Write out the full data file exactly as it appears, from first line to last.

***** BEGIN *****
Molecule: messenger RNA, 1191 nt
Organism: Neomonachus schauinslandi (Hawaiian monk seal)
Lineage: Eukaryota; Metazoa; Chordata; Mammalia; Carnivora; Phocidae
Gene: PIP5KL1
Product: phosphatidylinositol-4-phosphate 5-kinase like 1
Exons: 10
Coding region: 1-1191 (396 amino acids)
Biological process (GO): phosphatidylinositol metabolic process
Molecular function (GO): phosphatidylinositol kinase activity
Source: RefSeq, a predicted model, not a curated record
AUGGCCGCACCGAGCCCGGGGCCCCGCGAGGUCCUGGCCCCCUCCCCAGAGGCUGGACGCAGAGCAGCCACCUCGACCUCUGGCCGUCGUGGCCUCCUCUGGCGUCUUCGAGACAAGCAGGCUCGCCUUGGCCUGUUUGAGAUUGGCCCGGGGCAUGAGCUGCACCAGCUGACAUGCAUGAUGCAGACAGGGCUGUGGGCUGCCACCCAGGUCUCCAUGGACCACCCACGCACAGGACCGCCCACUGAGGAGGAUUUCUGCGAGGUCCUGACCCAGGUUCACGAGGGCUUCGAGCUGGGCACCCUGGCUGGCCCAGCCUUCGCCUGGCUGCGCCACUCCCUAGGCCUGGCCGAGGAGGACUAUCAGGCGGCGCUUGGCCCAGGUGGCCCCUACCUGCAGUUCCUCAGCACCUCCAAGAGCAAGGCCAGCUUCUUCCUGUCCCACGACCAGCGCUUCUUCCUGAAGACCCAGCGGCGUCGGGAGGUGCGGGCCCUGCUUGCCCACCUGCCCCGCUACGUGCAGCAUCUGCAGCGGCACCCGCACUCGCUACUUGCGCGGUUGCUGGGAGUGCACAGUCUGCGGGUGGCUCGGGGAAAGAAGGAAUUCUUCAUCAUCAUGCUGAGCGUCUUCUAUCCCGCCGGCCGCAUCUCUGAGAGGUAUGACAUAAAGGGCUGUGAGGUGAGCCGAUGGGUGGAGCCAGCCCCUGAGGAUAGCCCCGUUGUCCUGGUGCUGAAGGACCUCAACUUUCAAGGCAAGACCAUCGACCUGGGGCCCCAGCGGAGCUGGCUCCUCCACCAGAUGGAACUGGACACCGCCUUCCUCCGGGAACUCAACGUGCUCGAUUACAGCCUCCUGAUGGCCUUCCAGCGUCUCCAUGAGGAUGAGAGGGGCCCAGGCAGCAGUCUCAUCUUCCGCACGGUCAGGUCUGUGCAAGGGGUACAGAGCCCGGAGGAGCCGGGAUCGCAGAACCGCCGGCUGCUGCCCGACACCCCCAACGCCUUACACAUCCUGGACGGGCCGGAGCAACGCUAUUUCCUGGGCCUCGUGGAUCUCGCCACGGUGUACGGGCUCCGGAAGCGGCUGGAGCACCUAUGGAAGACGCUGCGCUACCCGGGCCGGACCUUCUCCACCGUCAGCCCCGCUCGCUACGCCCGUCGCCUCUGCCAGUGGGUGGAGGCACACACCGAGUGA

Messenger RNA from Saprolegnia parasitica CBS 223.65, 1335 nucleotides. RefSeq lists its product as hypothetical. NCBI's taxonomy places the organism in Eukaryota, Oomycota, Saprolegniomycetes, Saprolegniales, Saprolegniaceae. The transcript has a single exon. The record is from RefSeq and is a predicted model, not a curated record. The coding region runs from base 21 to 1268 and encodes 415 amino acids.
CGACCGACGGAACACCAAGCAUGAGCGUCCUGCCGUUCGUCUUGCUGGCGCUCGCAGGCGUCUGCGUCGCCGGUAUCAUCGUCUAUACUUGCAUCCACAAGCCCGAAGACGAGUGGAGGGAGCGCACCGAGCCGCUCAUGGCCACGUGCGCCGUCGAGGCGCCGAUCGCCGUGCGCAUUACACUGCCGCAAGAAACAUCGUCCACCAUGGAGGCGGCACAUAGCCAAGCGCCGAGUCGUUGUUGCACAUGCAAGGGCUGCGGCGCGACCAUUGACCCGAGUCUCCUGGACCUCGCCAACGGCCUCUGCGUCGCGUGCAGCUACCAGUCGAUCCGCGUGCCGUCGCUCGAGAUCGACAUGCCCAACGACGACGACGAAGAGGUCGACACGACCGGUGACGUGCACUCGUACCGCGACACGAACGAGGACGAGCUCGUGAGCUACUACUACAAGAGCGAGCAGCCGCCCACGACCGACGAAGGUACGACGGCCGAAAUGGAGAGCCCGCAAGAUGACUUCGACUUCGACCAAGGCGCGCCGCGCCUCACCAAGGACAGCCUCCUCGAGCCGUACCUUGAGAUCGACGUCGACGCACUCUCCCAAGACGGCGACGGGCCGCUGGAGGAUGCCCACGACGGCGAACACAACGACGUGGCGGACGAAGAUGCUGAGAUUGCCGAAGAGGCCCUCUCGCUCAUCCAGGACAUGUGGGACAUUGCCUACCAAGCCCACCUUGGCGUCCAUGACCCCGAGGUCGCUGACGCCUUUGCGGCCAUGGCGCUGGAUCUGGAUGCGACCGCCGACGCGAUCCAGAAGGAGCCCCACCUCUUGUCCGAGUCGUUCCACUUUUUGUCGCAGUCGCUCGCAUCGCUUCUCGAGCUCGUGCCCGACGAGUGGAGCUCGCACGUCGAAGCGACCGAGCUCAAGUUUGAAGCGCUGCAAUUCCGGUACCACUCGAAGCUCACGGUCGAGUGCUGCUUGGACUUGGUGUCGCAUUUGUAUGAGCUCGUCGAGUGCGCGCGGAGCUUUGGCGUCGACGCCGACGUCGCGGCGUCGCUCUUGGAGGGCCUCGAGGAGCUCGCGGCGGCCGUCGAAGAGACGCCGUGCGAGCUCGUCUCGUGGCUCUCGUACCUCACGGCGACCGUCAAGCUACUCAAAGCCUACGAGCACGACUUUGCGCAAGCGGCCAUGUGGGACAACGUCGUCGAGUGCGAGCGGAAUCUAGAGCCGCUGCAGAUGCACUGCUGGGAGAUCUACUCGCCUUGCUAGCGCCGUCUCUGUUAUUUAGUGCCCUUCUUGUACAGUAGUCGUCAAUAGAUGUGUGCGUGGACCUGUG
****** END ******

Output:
Molecule: messenger RNA, 1191 nt
Organism: Neomonachus schauinslandi (Hawaiian monk seal)
Lineage: Eukaryota; Metazoa; Chordata; Mammalia; Carnivora; Phocidae
Gene: PIP5KL1
Product: phosphatidylinositol-4-phosphate 5-kinase like 1
Exons: 10
Coding region: 1-1191 (396 amino acids)
Biological process (GO): phosphatidylinositol metabolic process
Molecular function (GO): phosphatidylinositol kinase activity
Source: RefSeq, a predicted model, not a curated record
AUGGCCGCACCGAGCCCGGGGCCCCGCGAGGUCCUGGCCCCCUCCCCAGAGGCUGGACGCAGAGCAGCCACCUCGACCUCUGGCCGUCGUGGCCUCCUCUGGCGUCUUCGAGACAAGCAGGCUCGCCUUGGCCUGUUUGAGAUUGGCCCGGGGCAUGAGCUGCACCAGCUGACAUGCAUGAUGCAGACAGGGCUGUGGGCUGCCACCCAGGUCUCCAUGGACCACCCACGCACAGGACCGCCCACUGAGGAGGAUUUCUGCGAGGUCCUGACCCAGGUUCACGAGGGCUUCGAGCUGGGCACCCUGGCUGGCCCAGCCUUCGCCUGGCUGCGCCACUCCCUAGGCCUGGCCGAGGAGGACUAUCAGGCGGCGCUUGGCCCAGGUGGCCCCUACCUGCAGUUCCUCAGCACCUCCAAGAGCAAGGCCAGCUUCUUCCUGUCCCACGACCAGCGCUUCUUCCUGAAGACCCAGCGGCGUCGGGAGGUGCGGGCCCUGCUUGCCCACCUGCCCCGCUACGUGCAGCAUCUGCAGCGGCACCCGCACUCGCUACUUGCGCGGUUGCUGGGAGUGCACAGUCUGCGGGUGGCUCGGGGAAAGAAGGAAUUCUUCAUCAUCAUGCUGAGCGUCUUCUAUCCCGCCGGCCGCAUCUCUGAGAGGUAUGACAUAAAGGGCUGUGAGGUGAGCCGAUGGGUGGAGCCAGCCCCUGAGGAUAGCCCCGUUGUCCUGGUGCUGAAGGACCUCAACUUUCAAGGCAAGACCAUCGACCUGGGGCCCCAGCGGAGCUGGCUCCUCCACCAGAUGGAACUGGACACCGCCUUCCUCCGGGAACUCAACGUGCUCGAUUACAGCCUCCUGAUGGCCUUCCAGCGUCUCCAUGAGGAUGAGAGGGGCCCAGGCAGCAGUCUCAUCUUCCGCACGGUCAGGUCUGUGCAAGGGGUACAGAGCCCGGAGGAGCCGGGAUCGCAGAACCGCCGGCUGCUGCCCGACACCCCCAACGCCUUACACAUCCUGGACGGGCCGGAGCAACGCUAUUUCCUGGGCCUCGUGGAUCUCGCCACGGUGUACGGGCUCCGGAAGCGGCUGGAGCACCUAUGGAAGACGCUGCGCUACCCGGGCCGGACCUUCUCCACCGUCAGCCCCGCUCGCUACGCCCGUCGCCUCUGCCAGUGGGUGGAGGCACACACCGAGUGA

Messenger RNA from Saprolegnia parasitica CBS 223.65, 1335 nucleotides. RefSeq lists its product as hypothetical. NCBI's taxonomy places the organism in Eukaryota, Oomycota, Saprolegniomycetes, Saprolegniales, Saprolegniaceae. The transcript has a single exon. The record is from RefSeq and is a predicted model, not a curated record. The coding region runs from base 21 to 1268 and encodes 415 amino acids.
CGACCGACGGAACACCAAGCAUGAGCGUCCUGCCGUUCGUCUUGCUGGCGCUCGCAGGCGUCUGCGUCGCCGGUAUCAUCGUCUAUACUUGCAUCCACAAGCCCGAAGACGAGUGGAGGGAGCGCACCGAGCCGCUCAUGGCCACGUGCGCCGUCGAGGCGCCGAUCGCCGUGCGCAUUACACUGCCGCAAGAAACAUCGUCCACCAUGGAGGCGGCACAUAGCCAAGCGCCGAGUCGUUGUUGCACAUGCAAGGGCUGCGGCGCGACCAUUGACCCGAGUCUCCUGGACCUCGCCAACGGCCUCUGCGUCGCGUGCAGCUACCAGUCGAUCCGCGUGCCGUCGCUCGAGAUCGACAUGCCCAACGACGACGACGAAGAGGUCGACACGACCGGUGACGUGCACUCGUACCGCGACACGAACGAGGACGAGCUCGUGAGCUACUACUACAAGAGCGAGCAGCCGCCCACGACCGACGAAGGUACGACGGCCGAAAUGGAGAGCCCGCAAGAUGACUUCGACUUCGACCAAGGCGCGCCGCGCCUCACCAAGGACAGCCUCCUCGAGCCGUACCUUGAGAUCGACGUCGACGCACUCUCCCAAGACGGCGACGGGCCGCUGGAGGAUGCCCACGACGGCGAACACAACGACGUGGCGGACGAAGAUGCUGAGAUUGCCGAAGAGGCCCUCUCGCUCAUCCAGGACAUGUGGGACAUUGCCUACCAAGCCCACCUUGGCGUCCAUGACCCCGAGGUCGCUGACGCCUUUGCGGCCAUGGCGCUGGAUCUGGAUGCGACCGCCGACGCGAUCCAGAAGGAGCCCCACCUCUUGUCCGAGUCGUUCCACUUUUUGUCGCAGUCGCUCGCAUCGCUUCUCGAGCUCGUGCCCGACGAGUGGAGCUCGCACGUCGAAGCGACCGAGCUCAAGUUUGAAGCGCUGCAAUUCCGGUACCACUCGAAGCUCACGGUCGAGUGCUGCUUGGACUUGGUGUCGCAUUUGUAUGAGCUCGUCGAGUGCGCGCGGAGCUUUGGCGUCGACGCCGACGUCGCGGCGUCGCUCUUGGAGGGCCUCGAGGAGCUCGCGGCGGCCGUCGAAGAGACGCCGUGCGAGCUCGUCUCGUGGCUCUCGUACCUCACGGCGACCGUCAAGCUACUCAAAGCCUACGAGCACGACUUUGCGCAAGCGGCCAUGUGGGACAACGUCGUCGAGUGCGAGCGGAAUCUAGAGCCGCUGCAGAUGCACUGCUGGGAGAUCUACUCGCCUUGCUAGCGCCGUCUCUGUUAUUUAGUGCCCUUCUUGUACAGUAGUCGUCAAUAGAUGUGUGCGUGGACCUGUG